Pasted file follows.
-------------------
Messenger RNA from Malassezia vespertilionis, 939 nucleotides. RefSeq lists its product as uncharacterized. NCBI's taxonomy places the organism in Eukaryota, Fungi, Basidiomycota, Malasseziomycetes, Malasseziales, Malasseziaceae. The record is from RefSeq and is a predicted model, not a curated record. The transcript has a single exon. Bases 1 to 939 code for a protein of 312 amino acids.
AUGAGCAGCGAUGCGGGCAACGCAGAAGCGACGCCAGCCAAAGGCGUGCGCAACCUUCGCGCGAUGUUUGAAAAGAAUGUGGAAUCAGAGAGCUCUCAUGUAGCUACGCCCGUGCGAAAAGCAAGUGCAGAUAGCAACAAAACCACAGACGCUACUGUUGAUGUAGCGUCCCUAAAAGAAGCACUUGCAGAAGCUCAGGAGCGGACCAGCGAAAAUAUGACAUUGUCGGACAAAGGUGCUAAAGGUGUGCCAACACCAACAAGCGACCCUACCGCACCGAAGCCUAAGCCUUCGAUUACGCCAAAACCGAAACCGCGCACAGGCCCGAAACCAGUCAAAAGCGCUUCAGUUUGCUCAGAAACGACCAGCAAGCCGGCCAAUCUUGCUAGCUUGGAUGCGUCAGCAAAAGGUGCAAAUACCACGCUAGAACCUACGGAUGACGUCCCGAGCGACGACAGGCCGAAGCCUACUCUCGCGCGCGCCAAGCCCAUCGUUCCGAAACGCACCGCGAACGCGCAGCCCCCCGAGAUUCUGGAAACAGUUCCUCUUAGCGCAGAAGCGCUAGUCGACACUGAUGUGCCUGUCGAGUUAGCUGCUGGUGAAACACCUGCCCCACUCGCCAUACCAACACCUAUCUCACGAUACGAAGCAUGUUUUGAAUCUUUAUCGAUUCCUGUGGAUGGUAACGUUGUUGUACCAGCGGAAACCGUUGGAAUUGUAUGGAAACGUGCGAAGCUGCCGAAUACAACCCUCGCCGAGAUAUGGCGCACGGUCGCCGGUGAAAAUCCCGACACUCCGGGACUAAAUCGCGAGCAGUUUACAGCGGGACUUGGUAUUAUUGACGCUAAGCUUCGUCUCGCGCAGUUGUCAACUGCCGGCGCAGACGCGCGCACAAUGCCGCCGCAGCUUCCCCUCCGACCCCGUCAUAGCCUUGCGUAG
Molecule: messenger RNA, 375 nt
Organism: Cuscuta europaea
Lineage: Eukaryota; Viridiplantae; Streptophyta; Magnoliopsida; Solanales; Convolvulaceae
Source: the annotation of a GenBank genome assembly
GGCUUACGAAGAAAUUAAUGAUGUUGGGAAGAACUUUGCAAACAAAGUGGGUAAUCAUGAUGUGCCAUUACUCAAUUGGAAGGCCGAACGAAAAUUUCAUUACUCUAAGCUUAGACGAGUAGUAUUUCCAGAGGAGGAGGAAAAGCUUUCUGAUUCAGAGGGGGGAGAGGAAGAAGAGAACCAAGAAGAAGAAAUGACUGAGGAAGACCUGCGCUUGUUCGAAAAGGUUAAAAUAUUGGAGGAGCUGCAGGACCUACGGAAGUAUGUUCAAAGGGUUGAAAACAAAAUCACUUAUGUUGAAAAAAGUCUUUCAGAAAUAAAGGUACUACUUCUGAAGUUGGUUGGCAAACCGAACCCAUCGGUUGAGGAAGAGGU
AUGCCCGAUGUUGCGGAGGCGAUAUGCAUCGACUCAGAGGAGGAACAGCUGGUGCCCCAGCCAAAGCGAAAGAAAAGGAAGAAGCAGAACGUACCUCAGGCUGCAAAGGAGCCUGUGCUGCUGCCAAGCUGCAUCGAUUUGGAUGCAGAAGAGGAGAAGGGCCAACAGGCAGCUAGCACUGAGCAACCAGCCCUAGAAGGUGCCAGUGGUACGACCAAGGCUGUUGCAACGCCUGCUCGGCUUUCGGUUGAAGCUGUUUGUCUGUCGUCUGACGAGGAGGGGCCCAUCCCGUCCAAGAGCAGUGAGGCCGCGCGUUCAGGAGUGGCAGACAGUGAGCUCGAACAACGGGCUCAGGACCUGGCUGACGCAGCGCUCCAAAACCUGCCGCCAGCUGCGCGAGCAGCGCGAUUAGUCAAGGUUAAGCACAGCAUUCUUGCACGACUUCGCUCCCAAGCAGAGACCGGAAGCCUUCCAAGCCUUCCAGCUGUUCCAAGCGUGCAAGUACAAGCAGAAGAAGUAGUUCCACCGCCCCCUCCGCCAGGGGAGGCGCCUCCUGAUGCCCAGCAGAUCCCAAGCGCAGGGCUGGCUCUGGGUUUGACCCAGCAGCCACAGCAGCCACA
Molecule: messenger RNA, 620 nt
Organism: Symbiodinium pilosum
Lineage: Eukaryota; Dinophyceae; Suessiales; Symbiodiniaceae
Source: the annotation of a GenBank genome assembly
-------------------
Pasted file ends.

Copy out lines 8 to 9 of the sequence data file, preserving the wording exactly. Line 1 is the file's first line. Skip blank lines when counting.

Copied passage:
AUGCCCGAUGUUGCGGAGGCGAUAUGCAUCGACUCAGAGGAGGAACAGCUGGUGCCCCAGCCAAAGCGAAAGAAAAGGAAGAAGCAGAACGUACCUCAGGCUGCAAAGGAGCCUGUGCUGCUGCCAAGCUGCAUCGAUUUGGAUGCAGAAGAGGAGAAGGGCCAACAGGCAGCUAGCACUGAGCAACCAGCCCUAGAAGGUGCCAGUGGUACGACCAAGGCUGUUGCAACGCCUGCUCGGCUUUCGGUUGAAGCUGUUUGUCUGUCGUCUGACGAGGAGGGGCCCAUCCCGUCCAAGAGCAGUGAGGCCGCGCGUUCAGGAGUGGCAGACAGUGAGCUCGAACAACGGGCUCAGGACCUGGCUGACGCAGCGCUCCAAAACCUGCCGCCAGCUGCGCGAGCAGCGCGAUUAGUCAAGGUUAAGCACAGCAUUCUUGCACGACUUCGCUCCCAAGCAGAGACCGGAAGCCUUCCAAGCCUUCCAGCUGUUCCAAGCGUGCAAGUACAAGCAGAAGAAGUAGUUCCACCGCCCCCUCCGCCAGGGGAGGCGCCUCCUGAUGCCCAGCAGAUCCCAAGCGCAGGGCUGGCUCUGGGUUUGACCCAGCAGCCACAGCAGCCACA
Molecule: messenger RNA, 620 nt